Seeing diabetes as a gift, not a punishment

Anna and Heather Gabel

Heather Gabel was diagnosed with type 1 diabetes at age 11. She sees it as a gift.

“It created my career,” says Gabel, a doctoral student in disability studies at the UIC College of Applied Health Sciences.

Gabel says she knew “right from the get-go” that she wanted to counteract the grim messages people receive when they are diagnosed with diabetes.

Her doctoral research focuses on the effectiveness of participation in online health communities and peer-support as a self-management strategy for adults with diabetes. She was the program assistant at DiabetesSisters, a nonprofit group that offers education and support to women of all ages who have diabetes. Last year, she was a facilitator at the first Diabetes UnConference, a peer exchange conference for adults who have diabetes.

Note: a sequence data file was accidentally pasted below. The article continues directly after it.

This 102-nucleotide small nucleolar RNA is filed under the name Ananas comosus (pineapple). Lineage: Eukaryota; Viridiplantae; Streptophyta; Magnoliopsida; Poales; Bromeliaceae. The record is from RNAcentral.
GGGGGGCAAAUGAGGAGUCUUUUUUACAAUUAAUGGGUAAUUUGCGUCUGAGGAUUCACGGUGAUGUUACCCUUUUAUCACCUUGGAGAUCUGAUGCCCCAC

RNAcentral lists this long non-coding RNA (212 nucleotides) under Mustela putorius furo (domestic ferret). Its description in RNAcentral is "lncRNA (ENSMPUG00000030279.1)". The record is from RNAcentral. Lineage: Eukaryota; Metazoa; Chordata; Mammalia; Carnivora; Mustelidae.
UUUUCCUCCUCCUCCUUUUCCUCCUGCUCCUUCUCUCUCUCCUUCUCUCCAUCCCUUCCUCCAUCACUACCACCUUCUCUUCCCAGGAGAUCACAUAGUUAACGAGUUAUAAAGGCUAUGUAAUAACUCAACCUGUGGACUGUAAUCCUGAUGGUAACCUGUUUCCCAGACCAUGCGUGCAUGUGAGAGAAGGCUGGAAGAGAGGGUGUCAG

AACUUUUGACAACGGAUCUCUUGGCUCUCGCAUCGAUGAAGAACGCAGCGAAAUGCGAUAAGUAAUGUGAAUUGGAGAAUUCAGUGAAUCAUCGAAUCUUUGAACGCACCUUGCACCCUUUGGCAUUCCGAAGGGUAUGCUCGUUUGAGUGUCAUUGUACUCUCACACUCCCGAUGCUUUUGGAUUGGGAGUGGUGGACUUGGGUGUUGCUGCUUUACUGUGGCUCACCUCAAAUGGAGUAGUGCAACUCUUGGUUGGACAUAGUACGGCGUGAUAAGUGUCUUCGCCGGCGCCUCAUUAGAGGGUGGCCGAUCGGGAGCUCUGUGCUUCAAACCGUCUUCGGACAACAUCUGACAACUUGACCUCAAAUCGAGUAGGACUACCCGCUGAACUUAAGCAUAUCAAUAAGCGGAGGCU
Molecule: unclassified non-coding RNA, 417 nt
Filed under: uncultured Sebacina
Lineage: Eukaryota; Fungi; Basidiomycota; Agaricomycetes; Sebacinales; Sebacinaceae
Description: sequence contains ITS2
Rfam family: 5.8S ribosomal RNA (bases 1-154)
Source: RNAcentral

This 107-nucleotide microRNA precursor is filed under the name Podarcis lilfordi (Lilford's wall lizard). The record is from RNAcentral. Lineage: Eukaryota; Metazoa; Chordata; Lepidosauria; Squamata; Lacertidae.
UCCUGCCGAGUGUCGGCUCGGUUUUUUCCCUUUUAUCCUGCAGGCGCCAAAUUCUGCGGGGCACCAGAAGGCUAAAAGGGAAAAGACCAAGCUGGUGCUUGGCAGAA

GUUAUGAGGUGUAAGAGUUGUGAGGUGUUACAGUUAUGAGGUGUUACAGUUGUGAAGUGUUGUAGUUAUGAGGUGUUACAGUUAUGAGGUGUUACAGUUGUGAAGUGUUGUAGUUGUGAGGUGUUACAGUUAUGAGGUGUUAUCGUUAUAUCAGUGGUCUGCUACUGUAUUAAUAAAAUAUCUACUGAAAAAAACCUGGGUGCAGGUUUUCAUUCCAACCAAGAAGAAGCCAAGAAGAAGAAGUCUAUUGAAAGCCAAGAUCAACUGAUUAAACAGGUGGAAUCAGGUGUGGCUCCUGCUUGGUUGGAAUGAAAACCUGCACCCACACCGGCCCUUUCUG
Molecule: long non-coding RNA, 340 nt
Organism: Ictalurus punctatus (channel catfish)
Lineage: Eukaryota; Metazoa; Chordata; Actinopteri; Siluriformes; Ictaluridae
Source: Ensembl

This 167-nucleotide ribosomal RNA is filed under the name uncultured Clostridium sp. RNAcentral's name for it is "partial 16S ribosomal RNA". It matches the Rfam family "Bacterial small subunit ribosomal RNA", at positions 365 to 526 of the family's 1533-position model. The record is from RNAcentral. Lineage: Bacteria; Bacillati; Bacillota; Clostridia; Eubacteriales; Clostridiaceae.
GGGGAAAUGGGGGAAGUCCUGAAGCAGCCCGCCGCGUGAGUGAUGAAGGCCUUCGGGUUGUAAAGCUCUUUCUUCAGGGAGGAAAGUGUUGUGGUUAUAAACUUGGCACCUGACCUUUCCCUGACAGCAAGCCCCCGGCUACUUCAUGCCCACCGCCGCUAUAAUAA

Gabel’s work addresses patient-blame as a social barrier to health.

In an interview with Vocalo Radio’s “Morning AMp” show for Diabetes Awareness Month in November 2015, she talked about the importance of fighting the stigma associated with diabetes.

“We have a negative association with diabetes in this country, because we blame the patient,” she says. This often leads people to avoid getting tested for diabetes, she adds. “People don’t want to know.”

DiabetesSisters offers online discussion forums and resources, including blogs and Q&As with diabetes experts on topics like nutrition, pregnancy and emotional support. The organization sponsors peer-support meet-ups, organized by trained volunteer leaders.

“The diabetes online community is a vast resource for people with diabetes, or who think they might have diabetes,” Gabel says. “I have access now to a community that I never thought I would.”